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The Man Who Stole a 50-Carat Diamond Is Now a Thai Monk. No, Seriously.

After 25 years of intrigue, authorities investigating the “Blue Diamond Affair” are no closer to recovering the massive stone. Can this monk help?

WAT DHAMMAKAYA, BANGKOK, THAILAND - 2011/03/29: The faithful gather during a mass Buddhist ordination ceremony.  More than 20,000 Buddhist novice monks gathered to offer prayers for world peace.  In Thailand men are expected to become a Buddhist monk at least once in their life. (Photo by )
WAT DHAMMAKAYA, BANGKOK, THAILAND - 2011/03/29: The faithful gather during a mass Buddhist ordination ceremony. More than 20,000 Buddhist novice monks gathered to offer prayers for world peace. In Thailand men are expected to become a Buddhist monk at least once in their life. (Photo by )

One night in 1989, a Thai worker tending the palatial gardens of a Saudi prince sneaked into a second-story bedroom to bust open the family safe and make off with a trove of jewels that included one of the most valuable stones in the world: a gleaming 50-carat blue diamond larger than the Hope Diamond and worth millions of dollars. 

More than 25 years later, after multiple kidnappings, ransoms, and murders, the diamond is still missing. The thief, Kriangkrai Techamong, confessed to the crime in 1989 and received a prison sentence of seven years. In a strange twist, he’s decided to seek repentance at a Buddhist monastery in Lampang, Thailand. On Thursday, Kriangkrai’s surprising new life was on full display when he marched in an ordination ceremony for new monks, wearing white robes and sporting a shaved head.

“I am confident that all my misfortunes are the result of a curse from the Saudi diamond I stole, so I’ve decided to enter the monkhood for the rest of my life to redeem my bad karma,” Kriangkrai told the national daily Thairath.

But for all the “bad karma” that has befallen the thief, Kriangkrai, who left Riyadh before the prince could identify him to authorities, has walked away from the “Blue Diamond Affair” largely unscathed.

He managed to get off on a reduced prison sentence of only three years after leading police to the Thai jeweler who bought the precious gem, along with dozens of comparatively lesser stones, which weighed a total of some 200 pounds and, in the words of a former Saudi diplomat, included “rubies the size of chicken eggs.”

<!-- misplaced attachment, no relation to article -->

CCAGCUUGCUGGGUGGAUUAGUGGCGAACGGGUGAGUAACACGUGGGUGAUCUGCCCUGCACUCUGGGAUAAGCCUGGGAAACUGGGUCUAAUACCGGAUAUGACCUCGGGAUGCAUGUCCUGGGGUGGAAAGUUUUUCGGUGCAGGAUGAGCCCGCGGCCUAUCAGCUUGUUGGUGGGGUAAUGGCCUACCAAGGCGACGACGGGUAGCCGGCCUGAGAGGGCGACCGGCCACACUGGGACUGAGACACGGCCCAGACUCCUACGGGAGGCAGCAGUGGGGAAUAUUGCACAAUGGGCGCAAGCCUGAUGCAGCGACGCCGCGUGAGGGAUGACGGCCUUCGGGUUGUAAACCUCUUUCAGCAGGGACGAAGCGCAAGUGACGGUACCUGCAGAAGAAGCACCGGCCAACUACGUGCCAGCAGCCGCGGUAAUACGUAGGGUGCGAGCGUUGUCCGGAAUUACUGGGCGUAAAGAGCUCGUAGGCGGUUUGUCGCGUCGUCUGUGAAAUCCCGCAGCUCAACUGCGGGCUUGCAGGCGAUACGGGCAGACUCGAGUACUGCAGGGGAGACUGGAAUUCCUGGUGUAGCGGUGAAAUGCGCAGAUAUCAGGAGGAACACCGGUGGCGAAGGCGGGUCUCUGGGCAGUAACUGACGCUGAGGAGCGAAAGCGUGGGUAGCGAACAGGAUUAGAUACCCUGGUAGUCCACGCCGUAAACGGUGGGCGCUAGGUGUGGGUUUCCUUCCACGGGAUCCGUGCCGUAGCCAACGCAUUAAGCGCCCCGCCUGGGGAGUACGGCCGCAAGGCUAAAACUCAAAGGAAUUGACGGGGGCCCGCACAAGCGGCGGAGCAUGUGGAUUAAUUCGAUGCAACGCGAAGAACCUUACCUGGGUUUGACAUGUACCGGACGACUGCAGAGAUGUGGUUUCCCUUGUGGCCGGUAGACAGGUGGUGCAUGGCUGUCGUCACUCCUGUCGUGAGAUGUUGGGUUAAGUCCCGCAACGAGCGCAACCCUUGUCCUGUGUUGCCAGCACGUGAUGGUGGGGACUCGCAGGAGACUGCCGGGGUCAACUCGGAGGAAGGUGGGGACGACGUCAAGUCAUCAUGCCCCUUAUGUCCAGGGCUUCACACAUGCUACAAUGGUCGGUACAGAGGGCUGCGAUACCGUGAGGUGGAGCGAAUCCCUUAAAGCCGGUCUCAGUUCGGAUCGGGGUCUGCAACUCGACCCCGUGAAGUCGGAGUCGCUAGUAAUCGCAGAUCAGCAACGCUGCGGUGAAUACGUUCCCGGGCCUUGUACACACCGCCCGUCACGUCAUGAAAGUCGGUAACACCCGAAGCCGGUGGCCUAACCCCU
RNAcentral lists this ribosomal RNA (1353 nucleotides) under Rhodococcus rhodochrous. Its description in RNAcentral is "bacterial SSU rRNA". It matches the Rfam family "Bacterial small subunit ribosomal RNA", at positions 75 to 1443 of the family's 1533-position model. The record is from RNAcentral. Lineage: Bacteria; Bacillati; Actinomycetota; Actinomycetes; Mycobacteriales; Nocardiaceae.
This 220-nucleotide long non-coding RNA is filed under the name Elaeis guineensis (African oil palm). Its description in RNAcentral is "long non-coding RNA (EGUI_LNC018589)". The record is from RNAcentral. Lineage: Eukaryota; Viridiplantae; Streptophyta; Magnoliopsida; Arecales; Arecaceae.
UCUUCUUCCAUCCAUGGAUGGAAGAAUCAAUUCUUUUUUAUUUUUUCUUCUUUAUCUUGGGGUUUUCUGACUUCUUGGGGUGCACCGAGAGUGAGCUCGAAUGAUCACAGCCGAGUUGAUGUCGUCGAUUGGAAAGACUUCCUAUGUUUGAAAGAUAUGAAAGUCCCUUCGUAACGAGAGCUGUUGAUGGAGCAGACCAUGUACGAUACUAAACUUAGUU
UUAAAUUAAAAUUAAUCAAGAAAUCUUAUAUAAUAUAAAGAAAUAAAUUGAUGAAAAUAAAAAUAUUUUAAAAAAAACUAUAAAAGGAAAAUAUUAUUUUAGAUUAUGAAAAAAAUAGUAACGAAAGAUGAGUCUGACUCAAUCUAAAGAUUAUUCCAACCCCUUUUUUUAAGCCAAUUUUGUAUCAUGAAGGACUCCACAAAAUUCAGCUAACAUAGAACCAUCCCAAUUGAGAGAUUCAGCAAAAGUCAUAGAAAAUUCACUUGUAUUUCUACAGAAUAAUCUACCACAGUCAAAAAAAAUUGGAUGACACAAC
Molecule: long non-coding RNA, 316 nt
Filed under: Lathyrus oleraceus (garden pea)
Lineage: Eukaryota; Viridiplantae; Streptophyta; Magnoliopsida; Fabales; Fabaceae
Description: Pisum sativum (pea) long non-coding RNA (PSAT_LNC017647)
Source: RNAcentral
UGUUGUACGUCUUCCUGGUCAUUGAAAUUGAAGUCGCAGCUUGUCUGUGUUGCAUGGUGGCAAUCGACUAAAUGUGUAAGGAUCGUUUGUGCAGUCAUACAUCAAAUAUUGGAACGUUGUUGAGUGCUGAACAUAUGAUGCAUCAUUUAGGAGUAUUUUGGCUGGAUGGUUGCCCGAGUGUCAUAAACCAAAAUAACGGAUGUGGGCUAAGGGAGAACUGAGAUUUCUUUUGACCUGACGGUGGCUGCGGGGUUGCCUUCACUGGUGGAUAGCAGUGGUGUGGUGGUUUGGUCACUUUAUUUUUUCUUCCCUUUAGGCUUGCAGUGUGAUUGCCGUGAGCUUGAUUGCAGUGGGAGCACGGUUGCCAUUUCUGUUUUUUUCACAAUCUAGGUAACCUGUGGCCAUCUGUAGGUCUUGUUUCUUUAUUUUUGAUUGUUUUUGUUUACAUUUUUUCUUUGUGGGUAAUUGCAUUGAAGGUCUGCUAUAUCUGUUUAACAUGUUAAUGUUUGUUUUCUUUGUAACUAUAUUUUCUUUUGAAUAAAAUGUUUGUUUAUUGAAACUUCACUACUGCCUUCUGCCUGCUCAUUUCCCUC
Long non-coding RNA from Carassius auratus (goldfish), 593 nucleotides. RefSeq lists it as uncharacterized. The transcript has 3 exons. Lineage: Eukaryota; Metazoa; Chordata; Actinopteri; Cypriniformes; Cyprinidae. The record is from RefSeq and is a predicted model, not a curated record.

But when Thailand returned the jewels, the Saudis quickly discovered that half were fakes — including the blue diamond.

The kingdom’s troubles in reclaiming its stolen treasure only worsened after that: Three Saudi diplomats sent to Bangkok in 1990 to track down the missing gems were soon killed in a coordinated assassination and a fourth royal adviser disappeared a month later, presumed dead.

The murder cases remain unsolved. A 2010 U.S. State Department cable suspected that Hezbollah was “almost certainly” involved in the killings for reasons unrelated to the heist, but Saudi Arabia has accused the Thai police of complicity.

“The police here are bigger than the government itself,” Mohammed Said Khoja, a Saudi diplomat investigating the case, told The New York Times in 1994. “I am a Muslim, and I stay because I feel I am fighting the devils.”

In response, Saudi Arabia recalled its ambassador, barred Saudis from visiting Thailand, stopped issuing work visas to the country, and deported roughly 200,000 Thai workers. The moves cost Thailand billions of dollars in lost remittances.

And relations between the two appear to have further deteriorated since then, with Saudi Arabia recalling its charge d’affaires in June 2014 after Thailand acquitted five police officers in the disappearance of the royal advisor stationed in Bangkok.

A press officer from the Saudi embassy told FP in an email that “Saudi-Thai relations remain strained,” and that the case of the murdered Saudis and the missing stone is still open.

But there’s one person who might know more than what he has told investigators.

According to a local Thai television station, Kriangkrai’s new name as a Buddhist monk translates to “He Who Has Diamond Knowledge.”

Photo credit: DAVID LONGSTREATH/LightRocket via Getty Images

Henry Johnson is a fellow at Foreign Policy. He graduated from Claremont McKenna College with a degree in history and previously wrote for LobeLog. @HenryJohnsoon

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